Mehdi Ghadyanloo

  • , The Light Catcher, 2021
    Oil and acrylic on canvas
    180 x 140 cm
    70 7/8 x 55 1/8 in
  • , The Dancing Bride, 2020-2021
    Oil and acrylic on canvas
    235 x 130 cm
    92 1/2 x 51 1/8 in
  • , The Lost Paradise, 2020
    Acrylic on canvas
    200 x 200 cm
    78 3/4 x 78 3/4 in
  • , The Last Soldier, 2020
    Oil on canvas
    190 x 100 cm
    74 3/4 x 39 3/8 in
  • , The State of Light, 2020
    Oil on canvas
    190 x 100 cm
    74 3/4 x 39 3/8 in
  • , It Began On The Stairs, 2019-2020
    Oil on canvas
    120 x 120 cm
    47 1/4 x 47 1/4 in
  • , Sleeping Beauty, 2020
    Watercolor on paper
    57 x 42 x 3.5 cm (framed)
    22 1/2 x 16 1/2 x 1 3/8 in
    40 x 25 cm (unframed)
    15 3/4 x 9 7/8 in
  • , The Green Magic On The Wall, 2021
    Oil and acylic on canvas
    120 x 120 cm
    47 1/2 x 47 1/2 in
  • , The Great Circle, 2021
    Acrylic on canvas
    200 x 100 cm
    78 1/2 x 39 1/2 in
  • , A Slide From The Silk Road, 2020
    Watercolor on paper
    57 x 38 x 2.5 cm (framed)
    22 1/2 x 15 x 1 in
    39.5 x 20.5 cm (unframed)

Born in Karaj, Iran in 1981, he graduated with a B.A. from Tehran University’s College of Fine Arts in 2005, and later earned an M.A. in film studies from Tehran’s Teachers College.

Mehdi Ghadyanloo began his career as a muralist in Tehran in the early 2000s, when, following a call for proposals by the city, he produced almost one thousand gigantic wall paintings, including dreamlike landscapes and science-fiction scenes.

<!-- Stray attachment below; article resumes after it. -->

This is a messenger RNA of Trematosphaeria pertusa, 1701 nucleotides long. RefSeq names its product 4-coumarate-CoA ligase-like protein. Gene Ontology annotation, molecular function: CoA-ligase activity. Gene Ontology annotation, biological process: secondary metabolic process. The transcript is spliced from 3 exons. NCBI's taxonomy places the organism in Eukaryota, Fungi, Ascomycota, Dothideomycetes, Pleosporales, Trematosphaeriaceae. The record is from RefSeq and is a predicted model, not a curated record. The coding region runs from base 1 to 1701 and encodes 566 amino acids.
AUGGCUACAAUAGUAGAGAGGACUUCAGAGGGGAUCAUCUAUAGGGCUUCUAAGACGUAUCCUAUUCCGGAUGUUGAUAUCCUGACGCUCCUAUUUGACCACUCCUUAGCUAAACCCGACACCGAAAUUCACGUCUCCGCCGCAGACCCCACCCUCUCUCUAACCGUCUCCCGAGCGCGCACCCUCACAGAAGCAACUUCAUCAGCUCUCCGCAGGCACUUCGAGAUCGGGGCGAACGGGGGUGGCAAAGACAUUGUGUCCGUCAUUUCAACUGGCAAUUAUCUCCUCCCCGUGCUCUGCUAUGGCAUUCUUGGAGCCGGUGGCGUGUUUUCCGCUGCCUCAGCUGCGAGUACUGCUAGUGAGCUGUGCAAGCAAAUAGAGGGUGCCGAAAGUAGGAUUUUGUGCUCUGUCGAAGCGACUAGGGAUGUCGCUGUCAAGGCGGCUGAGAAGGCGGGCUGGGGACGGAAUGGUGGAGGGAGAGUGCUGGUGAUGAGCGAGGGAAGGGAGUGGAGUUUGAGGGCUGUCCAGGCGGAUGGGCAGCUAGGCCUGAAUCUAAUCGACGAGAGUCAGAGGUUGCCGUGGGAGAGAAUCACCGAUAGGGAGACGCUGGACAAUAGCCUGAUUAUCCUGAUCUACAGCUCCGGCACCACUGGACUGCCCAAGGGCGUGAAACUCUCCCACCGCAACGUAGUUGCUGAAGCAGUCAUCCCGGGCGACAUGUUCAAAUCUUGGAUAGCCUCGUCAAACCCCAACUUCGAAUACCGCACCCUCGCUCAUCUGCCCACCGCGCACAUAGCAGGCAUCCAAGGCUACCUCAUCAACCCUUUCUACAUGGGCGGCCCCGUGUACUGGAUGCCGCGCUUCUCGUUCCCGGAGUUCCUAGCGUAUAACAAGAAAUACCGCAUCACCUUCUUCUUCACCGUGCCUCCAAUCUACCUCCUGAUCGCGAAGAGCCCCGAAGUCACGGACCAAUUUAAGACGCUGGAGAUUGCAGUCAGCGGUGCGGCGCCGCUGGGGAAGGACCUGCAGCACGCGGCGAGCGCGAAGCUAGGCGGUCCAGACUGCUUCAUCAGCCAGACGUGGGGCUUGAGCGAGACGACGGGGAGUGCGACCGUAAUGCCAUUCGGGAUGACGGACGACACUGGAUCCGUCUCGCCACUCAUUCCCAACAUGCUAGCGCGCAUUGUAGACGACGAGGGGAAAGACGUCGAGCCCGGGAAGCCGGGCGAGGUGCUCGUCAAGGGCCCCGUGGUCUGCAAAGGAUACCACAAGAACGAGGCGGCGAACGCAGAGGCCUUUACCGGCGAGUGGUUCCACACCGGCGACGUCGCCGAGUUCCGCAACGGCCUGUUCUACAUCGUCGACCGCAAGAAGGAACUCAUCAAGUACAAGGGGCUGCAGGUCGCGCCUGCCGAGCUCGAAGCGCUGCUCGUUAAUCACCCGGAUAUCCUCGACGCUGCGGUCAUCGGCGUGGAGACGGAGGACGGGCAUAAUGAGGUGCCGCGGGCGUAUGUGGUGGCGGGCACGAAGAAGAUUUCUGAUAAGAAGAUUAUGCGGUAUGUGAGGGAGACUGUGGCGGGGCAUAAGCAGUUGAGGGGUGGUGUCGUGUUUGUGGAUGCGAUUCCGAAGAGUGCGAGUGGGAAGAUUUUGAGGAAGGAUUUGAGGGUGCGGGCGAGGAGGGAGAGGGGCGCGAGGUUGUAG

His work combines minimalist themes and a surrealist aesthetic in his paintings, using acrylic, oil, or watercolor. He uses the trompe l’œil technique of his murals to compose his paintings that take on the shape of square boxes with dreamlike imagery and hyperrealistic technique. Each of his works reveals his brilliant ability to trick our eyes and our perception of reality. Their architectural appearance reflects the artist’s investigation into designing and representing space on the canvas.

Shadow and light overlap and challenge each other endlessly in Ghadyanloo’s practice, and the symbolism of the movement from darkness to light is at the heart of his vision. All the elements that he depicts in his paintings — ladders, fences, holes in the ceiling — are methods of representing a way out, a kind of hope.

Mehdi Ghadyanloo is now based in Sarrebrücken, Germany and New York, US.

— Martha Kirszenbaum, independant curator and writer


Exhibitions


Selected press